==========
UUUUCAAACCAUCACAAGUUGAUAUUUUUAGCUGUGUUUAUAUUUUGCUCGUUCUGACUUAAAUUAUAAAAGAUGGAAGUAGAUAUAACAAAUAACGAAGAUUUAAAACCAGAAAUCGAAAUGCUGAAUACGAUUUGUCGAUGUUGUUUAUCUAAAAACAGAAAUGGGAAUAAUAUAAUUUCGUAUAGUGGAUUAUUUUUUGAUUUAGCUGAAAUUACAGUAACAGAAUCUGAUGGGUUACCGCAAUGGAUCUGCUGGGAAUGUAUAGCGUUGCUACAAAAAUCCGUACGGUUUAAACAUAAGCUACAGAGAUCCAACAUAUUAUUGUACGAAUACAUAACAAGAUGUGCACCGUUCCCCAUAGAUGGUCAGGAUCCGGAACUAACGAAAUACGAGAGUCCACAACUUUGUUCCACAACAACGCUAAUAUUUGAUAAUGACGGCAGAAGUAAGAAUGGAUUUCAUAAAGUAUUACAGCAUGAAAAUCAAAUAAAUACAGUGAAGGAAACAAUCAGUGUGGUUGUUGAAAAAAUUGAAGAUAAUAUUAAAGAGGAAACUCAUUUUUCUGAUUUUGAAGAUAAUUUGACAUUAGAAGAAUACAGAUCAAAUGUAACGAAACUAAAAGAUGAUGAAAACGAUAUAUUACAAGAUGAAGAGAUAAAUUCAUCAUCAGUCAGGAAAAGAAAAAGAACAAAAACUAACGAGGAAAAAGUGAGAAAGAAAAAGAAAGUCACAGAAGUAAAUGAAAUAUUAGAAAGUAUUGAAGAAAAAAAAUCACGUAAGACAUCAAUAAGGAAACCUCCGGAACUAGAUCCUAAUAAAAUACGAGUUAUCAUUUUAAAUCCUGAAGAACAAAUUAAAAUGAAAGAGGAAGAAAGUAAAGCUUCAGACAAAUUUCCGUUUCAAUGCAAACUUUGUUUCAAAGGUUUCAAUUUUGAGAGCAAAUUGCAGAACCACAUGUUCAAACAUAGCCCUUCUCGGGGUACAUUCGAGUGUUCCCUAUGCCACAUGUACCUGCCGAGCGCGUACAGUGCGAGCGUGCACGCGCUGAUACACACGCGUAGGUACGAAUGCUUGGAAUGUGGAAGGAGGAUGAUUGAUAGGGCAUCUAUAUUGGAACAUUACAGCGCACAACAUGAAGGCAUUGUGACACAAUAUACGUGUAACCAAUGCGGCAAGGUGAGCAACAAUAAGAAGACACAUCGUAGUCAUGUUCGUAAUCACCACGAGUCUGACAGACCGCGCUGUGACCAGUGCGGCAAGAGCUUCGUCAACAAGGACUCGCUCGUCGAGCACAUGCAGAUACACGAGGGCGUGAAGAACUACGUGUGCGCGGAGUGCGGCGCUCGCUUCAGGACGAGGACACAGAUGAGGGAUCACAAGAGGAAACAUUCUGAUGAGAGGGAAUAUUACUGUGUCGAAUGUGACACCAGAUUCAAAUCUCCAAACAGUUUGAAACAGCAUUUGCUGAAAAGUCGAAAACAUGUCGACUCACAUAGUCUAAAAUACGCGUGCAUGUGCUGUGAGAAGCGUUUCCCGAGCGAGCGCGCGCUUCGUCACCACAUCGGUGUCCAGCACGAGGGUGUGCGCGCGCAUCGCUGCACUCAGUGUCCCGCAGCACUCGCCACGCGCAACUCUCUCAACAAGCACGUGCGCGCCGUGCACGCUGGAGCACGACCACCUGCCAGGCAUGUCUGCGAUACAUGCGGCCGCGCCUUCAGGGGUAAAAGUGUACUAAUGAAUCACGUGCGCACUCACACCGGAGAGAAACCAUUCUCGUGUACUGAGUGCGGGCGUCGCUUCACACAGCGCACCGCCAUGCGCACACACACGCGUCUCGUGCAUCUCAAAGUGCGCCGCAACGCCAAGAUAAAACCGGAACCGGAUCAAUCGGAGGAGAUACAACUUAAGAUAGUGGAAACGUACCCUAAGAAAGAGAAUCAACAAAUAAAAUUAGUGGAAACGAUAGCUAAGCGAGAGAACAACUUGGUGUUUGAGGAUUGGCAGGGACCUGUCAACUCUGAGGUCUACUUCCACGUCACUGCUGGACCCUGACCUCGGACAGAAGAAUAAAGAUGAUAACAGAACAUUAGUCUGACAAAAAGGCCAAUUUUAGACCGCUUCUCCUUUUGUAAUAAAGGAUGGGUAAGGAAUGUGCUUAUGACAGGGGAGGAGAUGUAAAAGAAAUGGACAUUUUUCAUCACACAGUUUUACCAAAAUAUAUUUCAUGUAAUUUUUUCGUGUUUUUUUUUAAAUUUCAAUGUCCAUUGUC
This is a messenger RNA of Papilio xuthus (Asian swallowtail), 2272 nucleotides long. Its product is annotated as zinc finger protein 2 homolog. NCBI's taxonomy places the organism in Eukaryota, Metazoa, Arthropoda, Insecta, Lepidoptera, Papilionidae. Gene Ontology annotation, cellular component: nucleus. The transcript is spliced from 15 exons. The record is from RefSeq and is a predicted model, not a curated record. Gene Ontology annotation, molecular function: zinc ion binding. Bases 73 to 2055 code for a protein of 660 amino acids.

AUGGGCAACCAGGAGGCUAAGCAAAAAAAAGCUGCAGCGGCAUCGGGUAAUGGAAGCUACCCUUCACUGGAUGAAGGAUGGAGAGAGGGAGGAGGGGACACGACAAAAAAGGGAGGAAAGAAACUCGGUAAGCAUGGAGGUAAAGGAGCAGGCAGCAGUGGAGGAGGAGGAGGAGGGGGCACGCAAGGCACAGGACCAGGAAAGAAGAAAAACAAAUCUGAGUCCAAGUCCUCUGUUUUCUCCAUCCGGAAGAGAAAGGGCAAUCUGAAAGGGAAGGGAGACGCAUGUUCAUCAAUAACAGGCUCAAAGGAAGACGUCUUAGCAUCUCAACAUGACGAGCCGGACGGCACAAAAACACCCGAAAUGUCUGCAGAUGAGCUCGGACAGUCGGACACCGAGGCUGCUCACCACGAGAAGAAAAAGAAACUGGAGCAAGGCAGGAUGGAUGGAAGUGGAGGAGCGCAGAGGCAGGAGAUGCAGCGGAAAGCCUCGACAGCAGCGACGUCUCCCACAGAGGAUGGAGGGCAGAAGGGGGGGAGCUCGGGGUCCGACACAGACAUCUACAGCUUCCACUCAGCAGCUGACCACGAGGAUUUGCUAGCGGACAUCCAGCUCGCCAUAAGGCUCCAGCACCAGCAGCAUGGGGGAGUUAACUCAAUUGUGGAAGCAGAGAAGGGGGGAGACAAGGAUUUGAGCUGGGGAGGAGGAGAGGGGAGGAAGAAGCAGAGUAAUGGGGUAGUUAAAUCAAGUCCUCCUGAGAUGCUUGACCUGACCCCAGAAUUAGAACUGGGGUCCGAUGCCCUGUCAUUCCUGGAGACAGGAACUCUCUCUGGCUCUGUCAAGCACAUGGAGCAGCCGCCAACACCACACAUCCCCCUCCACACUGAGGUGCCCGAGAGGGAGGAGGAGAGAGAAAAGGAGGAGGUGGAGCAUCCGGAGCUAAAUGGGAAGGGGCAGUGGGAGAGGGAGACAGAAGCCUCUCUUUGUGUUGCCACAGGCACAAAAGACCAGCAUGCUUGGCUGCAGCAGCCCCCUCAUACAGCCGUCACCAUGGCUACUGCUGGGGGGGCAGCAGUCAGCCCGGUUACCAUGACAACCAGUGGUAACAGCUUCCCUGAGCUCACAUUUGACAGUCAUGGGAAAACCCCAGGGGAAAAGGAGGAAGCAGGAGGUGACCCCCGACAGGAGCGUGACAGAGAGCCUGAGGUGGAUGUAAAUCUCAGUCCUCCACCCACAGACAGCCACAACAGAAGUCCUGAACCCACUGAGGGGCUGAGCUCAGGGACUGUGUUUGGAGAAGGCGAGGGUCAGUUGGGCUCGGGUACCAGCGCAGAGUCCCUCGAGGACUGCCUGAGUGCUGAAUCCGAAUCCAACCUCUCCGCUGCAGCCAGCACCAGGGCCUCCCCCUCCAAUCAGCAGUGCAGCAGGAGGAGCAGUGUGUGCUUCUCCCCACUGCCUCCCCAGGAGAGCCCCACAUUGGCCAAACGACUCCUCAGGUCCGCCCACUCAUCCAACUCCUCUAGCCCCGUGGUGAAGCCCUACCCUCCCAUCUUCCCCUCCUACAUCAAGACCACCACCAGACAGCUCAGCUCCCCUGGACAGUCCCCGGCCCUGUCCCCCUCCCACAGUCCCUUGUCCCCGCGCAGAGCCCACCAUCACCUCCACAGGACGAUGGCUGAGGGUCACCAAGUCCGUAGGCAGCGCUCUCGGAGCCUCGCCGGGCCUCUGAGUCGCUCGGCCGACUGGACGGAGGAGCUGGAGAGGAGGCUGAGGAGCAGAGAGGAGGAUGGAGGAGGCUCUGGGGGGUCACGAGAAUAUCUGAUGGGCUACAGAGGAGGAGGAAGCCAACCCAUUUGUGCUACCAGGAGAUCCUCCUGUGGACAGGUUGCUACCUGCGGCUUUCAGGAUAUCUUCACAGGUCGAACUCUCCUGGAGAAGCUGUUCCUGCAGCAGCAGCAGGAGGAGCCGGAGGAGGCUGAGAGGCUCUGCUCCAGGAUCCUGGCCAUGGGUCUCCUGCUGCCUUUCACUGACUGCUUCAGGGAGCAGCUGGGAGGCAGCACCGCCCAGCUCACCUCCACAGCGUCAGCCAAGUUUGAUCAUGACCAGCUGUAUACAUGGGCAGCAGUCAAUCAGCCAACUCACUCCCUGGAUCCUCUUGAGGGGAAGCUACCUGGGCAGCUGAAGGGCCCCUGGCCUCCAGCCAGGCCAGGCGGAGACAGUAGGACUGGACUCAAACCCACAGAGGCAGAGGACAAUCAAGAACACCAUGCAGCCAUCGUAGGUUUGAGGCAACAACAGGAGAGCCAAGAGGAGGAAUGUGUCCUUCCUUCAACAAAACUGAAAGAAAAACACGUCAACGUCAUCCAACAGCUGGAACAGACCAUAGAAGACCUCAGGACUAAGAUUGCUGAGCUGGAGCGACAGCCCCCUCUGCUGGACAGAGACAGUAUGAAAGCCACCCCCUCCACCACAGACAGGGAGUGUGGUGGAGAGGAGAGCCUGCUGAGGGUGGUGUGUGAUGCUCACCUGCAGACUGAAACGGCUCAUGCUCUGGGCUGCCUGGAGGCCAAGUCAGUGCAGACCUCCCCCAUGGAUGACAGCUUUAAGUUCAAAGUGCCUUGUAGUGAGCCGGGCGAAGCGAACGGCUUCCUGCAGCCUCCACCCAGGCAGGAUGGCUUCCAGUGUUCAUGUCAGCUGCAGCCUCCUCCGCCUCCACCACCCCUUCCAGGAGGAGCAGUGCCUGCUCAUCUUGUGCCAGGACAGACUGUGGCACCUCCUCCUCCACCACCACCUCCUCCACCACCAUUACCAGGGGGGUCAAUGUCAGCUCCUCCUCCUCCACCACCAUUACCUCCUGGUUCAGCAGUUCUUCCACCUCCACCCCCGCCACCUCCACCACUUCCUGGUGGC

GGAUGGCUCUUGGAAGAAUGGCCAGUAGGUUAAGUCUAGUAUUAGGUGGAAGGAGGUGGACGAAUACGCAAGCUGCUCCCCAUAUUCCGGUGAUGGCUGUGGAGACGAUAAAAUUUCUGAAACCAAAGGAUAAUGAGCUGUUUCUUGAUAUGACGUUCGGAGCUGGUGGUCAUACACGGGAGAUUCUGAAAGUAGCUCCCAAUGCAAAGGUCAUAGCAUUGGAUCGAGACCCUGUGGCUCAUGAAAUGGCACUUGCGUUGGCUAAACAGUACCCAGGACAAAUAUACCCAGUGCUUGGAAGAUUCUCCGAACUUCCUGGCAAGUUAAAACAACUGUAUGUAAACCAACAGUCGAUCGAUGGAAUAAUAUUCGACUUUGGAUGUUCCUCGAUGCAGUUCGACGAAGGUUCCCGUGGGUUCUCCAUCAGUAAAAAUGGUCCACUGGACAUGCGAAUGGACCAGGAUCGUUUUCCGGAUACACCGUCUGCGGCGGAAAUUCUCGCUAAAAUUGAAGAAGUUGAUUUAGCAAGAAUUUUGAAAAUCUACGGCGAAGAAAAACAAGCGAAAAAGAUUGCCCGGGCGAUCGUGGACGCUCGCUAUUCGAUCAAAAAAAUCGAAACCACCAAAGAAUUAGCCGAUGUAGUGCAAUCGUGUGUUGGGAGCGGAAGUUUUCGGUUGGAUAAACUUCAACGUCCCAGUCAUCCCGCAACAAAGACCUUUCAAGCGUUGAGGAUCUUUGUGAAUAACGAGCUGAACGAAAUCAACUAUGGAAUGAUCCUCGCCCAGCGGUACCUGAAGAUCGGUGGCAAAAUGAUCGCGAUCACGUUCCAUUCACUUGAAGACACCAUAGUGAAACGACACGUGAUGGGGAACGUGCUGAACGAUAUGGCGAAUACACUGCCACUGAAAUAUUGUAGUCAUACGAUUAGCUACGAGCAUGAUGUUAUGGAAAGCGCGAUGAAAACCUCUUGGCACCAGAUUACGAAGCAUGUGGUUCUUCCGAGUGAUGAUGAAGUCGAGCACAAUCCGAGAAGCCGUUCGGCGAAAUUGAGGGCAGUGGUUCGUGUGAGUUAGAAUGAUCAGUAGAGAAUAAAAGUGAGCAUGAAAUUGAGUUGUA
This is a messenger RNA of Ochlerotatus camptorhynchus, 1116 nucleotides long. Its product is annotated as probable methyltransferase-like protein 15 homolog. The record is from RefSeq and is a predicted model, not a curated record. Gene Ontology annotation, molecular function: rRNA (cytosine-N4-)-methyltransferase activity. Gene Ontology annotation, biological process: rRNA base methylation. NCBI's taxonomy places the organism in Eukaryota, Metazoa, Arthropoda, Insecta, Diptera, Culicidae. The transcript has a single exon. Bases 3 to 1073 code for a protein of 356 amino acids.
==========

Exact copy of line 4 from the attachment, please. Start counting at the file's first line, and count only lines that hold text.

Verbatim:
GGAUGGCUCUUGGAAGAAUGGCCAGUAGGUUAAGUCUAGUAUUAGGUGGAAGGAGGUGGACGAAUACGCAAGCUGCUCCCCAUAUUCCGGUGAUGGCUGUGGAGACGAUAAAAUUUCUGAAACCAAAGGAUAAUGAGCUGUUUCUUGAUAUGACGUUCGGAGCUGGUGGUCAUACACGGGAGAUUCUGAAAGUAGCUCCCAAUGCAAAGGUCAUAGCAUUGGAUCGAGACCCUGUGGCUCAUGAAAUGGCACUUGCGUUGGCUAAACAGUACCCAGGACAAAUAUACCCAGUGCUUGGAAGAUUCUCCGAACUUCCUGGCAAGUUAAAACAACUGUAUGUAAACCAACAGUCGAUCGAUGGAAUAAUAUUCGACUUUGGAUGUUCCUCGAUGCAGUUCGACGAAGGUUCCCGUGGGUUCUCCAUCAGUAAAAAUGGUCCACUGGACAUGCGAAUGGACCAGGAUCGUUUUCCGGAUACACCGUCUGCGGCGGAAAUUCUCGCUAAAAUUGAAGAAGUUGAUUUAGCAAGAAUUUUGAAAAUCUACGGCGAAGAAAAACAAGCGAAAAAGAUUGCCCGGGCGAUCGUGGACGCUCGCUAUUCGAUCAAAAAAAUCGAAACCACCAAAGAAUUAGCCGAUGUAGUGCAAUCGUGUGUUGGGAGCGGAAGUUUUCGGUUGGAUAAACUUCAACGUCCCAGUCAUCCCGCAACAAAGACCUUUCAAGCGUUGAGGAUCUUUGUGAAUAACGAGCUGAACGAAAUCAACUAUGGAAUGAUCCUCGCCCAGCGGUACCUGAAGAUCGGUGGCAAAAUGAUCGCGAUCACGUUCCAUUCACUUGAAGACACCAUAGUGAAACGACACGUGAUGGGGAACGUGCUGAACGAUAUGGCGAAUACACUGCCACUGAAAUAUUGUAGUCAUACGAUUAGCUACGAGCAUGAUGUUAUGGAAAGCGCGAUGAAAACCUCUUGGCACCAGAUUACGAAGCAUGUGGUUCUUCCGAGUGAUGAUGAAGUCGAGCACAAUCCGAGAAGCCGUUCGGCGAAAUUGAGGGCAGUGGUUCGUGUGAGUUAGAAUGAUCAGUAGAGAAUAAAAGUGAGCAUGAAAUUGAGUUGUA